Since your video memory (as seen from the PC) is maximum 65536 bytes (from A000:000 to A000:FFFF) you cannot make the view part larger than 65536/640 = approx 100 lines or so (assuming the viewport cover the width of 640 pixels).

so 640x100 is your maximum viewport size, anything beyond that will cause troubles I believe.

This means that if you want to draw the screen you must do it in several stages:

juggle the control registers to change the viewport (I think borland does that for you if you use their function to change viewport) and take 100 lines at a time and draw your picture on the page 2 (the page that doesn't show).

Then when you have drawn the full picture you can set the control registers to flip from showing page 1 to page 2. Make sure you do that flip while the cannon moves from lower right corner to upper left so that you don't change the picture while the cannon is drawing a picture. Not sure if borland takes care of that for you as well.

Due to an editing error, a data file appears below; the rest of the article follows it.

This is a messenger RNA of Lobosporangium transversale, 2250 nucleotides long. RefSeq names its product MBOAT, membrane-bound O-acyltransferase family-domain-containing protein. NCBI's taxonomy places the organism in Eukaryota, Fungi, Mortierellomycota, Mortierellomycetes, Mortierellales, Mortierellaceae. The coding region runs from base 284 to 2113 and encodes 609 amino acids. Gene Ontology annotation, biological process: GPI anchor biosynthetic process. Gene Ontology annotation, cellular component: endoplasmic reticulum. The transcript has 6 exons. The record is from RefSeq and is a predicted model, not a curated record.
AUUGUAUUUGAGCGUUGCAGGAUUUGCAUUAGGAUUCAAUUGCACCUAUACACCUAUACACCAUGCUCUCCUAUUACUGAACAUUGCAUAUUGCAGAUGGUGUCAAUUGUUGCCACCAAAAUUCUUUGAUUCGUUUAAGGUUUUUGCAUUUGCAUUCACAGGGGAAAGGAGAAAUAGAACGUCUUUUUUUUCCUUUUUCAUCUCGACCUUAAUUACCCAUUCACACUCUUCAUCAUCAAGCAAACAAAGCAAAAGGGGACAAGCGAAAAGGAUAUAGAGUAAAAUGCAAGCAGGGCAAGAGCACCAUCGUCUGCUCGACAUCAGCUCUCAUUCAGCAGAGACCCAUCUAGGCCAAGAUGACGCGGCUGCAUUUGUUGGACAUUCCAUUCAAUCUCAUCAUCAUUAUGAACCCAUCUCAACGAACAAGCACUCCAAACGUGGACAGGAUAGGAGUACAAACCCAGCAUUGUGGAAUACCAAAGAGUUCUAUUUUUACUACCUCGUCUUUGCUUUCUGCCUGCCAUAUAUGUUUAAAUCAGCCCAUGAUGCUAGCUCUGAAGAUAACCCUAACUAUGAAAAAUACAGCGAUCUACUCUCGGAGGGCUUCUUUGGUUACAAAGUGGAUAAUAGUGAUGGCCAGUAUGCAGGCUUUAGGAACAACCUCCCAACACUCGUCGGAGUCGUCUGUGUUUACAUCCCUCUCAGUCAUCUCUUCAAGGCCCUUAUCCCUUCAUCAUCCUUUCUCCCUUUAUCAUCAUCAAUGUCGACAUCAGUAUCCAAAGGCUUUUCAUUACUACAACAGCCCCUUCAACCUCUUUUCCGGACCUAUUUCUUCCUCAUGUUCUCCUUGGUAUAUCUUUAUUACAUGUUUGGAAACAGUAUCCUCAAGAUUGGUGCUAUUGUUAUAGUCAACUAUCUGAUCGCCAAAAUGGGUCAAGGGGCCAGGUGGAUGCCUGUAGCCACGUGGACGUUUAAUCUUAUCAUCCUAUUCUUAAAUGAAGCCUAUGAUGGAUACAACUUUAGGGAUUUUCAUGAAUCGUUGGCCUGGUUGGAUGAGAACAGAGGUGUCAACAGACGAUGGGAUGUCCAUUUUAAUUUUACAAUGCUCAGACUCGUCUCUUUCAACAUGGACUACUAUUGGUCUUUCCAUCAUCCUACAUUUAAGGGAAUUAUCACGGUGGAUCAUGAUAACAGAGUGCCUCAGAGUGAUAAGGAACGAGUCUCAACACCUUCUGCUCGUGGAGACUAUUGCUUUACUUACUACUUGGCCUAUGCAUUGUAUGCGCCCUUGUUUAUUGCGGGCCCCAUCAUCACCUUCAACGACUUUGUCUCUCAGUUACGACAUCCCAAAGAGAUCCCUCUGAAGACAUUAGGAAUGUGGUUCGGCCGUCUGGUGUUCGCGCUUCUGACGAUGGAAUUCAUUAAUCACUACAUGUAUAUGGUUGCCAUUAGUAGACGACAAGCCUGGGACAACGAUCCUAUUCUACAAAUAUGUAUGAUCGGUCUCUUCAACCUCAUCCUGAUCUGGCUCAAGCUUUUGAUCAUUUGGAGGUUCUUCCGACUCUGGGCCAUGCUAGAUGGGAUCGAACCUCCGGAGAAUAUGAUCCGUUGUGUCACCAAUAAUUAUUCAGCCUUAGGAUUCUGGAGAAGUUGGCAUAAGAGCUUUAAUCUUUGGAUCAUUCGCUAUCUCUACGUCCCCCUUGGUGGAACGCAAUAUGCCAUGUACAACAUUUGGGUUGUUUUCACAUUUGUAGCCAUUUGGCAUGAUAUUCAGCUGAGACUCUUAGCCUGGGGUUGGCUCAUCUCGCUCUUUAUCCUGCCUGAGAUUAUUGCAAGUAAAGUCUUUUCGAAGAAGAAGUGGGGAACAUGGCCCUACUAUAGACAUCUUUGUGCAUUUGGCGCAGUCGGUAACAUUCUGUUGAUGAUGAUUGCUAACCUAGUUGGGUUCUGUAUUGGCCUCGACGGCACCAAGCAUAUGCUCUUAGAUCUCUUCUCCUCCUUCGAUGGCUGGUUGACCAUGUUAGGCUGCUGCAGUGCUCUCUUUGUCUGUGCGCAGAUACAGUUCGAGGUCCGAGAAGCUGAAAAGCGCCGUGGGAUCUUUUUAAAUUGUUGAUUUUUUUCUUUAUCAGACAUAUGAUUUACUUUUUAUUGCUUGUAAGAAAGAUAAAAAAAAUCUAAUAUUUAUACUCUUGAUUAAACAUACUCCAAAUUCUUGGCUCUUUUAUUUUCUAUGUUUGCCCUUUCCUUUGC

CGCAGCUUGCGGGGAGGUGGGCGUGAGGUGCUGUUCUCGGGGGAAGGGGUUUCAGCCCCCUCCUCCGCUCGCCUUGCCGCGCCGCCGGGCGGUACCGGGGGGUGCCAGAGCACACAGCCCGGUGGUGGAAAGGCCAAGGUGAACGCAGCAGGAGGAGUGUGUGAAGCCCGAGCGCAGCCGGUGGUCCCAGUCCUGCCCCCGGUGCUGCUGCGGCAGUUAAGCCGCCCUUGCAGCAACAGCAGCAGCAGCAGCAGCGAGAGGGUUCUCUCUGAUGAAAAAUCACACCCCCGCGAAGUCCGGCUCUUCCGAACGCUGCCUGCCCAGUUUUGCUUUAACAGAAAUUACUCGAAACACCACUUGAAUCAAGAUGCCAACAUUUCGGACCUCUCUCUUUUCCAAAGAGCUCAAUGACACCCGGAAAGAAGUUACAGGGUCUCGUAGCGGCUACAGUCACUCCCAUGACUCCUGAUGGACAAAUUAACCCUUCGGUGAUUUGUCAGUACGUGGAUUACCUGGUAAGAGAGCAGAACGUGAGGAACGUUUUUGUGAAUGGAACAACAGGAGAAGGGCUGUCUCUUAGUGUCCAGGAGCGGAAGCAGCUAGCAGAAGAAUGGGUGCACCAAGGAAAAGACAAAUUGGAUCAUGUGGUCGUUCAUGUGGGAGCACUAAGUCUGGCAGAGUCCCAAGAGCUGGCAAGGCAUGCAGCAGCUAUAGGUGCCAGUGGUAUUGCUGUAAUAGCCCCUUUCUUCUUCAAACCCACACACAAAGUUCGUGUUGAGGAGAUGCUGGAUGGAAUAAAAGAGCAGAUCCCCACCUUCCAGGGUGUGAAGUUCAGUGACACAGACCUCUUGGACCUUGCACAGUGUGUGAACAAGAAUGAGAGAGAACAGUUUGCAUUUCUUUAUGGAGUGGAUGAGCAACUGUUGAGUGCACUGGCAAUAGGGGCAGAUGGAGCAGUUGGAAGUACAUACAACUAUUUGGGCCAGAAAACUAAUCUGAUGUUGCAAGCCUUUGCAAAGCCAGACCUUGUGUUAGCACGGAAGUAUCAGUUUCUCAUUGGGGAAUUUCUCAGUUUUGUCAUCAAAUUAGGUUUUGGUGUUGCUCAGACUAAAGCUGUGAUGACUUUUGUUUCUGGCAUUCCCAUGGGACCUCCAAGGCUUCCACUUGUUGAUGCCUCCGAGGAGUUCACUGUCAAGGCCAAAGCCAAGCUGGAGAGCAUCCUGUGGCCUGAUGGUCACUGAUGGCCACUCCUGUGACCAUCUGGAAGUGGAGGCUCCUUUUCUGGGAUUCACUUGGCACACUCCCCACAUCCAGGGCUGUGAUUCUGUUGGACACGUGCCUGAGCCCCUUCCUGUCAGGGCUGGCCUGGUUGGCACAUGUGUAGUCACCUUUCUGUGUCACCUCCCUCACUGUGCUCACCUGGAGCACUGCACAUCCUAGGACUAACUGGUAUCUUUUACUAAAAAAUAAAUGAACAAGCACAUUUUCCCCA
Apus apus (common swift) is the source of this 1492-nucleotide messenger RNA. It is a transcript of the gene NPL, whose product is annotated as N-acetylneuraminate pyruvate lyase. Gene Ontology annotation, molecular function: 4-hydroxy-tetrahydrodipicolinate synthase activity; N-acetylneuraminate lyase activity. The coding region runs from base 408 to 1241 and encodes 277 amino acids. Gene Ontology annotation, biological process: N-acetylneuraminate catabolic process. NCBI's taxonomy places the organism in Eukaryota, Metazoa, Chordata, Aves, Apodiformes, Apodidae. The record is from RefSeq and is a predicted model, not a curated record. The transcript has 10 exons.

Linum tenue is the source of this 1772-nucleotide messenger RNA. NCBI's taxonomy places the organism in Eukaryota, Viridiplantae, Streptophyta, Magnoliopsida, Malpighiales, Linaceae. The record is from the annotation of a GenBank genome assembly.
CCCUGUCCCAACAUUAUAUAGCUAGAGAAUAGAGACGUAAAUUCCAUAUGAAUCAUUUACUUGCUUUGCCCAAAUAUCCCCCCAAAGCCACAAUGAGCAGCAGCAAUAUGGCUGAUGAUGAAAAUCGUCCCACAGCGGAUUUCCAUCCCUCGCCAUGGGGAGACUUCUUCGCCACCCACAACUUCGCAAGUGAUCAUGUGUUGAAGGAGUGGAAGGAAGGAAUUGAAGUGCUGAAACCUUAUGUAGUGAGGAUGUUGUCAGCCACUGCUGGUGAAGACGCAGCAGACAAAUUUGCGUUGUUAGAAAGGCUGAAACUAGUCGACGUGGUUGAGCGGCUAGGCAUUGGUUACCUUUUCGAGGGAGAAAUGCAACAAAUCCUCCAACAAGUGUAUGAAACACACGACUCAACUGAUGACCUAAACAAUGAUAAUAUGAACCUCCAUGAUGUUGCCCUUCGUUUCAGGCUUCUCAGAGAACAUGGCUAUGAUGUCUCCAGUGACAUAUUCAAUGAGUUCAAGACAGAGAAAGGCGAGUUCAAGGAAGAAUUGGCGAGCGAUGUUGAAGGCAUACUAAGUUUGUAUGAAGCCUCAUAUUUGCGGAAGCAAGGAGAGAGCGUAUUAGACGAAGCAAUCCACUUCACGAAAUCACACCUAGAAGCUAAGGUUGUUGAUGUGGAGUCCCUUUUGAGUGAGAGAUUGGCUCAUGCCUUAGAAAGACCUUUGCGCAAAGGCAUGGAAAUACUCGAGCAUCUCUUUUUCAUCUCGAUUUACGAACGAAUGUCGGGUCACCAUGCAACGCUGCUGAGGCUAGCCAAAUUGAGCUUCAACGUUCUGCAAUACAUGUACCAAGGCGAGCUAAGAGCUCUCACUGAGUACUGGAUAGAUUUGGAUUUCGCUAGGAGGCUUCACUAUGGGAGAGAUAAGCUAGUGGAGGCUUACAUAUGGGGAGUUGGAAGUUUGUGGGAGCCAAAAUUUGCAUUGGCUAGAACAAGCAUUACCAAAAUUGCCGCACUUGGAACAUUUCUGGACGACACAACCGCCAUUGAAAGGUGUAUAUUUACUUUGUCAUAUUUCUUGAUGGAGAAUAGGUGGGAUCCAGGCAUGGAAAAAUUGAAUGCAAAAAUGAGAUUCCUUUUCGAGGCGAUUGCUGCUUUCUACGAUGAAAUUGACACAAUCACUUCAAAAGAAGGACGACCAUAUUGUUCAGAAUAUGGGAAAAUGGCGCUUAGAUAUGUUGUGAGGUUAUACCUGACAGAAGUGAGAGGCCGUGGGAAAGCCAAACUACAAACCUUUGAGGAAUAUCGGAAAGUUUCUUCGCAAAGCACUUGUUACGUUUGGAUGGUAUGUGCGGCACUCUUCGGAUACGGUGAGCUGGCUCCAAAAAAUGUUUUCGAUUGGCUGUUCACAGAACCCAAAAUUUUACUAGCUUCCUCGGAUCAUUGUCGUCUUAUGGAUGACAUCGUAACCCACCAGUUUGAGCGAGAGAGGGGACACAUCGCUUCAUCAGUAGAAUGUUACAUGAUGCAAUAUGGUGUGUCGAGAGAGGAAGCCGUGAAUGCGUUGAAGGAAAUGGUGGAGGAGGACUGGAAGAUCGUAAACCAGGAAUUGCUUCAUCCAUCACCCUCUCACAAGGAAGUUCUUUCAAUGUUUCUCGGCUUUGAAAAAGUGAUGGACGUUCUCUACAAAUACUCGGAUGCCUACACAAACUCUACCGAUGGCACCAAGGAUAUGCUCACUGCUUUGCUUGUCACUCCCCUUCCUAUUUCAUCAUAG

Of course, I assume here that you access and draw on a picture that isn't shown (the monitor shows page 1 while you draw on page 2 and vice versa). I am not sure how you tell borland to do that but some way to control this must be achieved.

All in all, I think such old software may have problems to handle such big screen. Why are you working on such ancient technology?

Just to tell you about the new world, using DirectX you can  - in a hardware independent manner - map the whole video memory into your memory and get a pointer to the whole 307200 bytes chunk for each buffer - or you can switch to 640x480x(32 bit per pixel) or maybe 800x600x(32 bit per pixel) and work on the whole buffer as one huge array.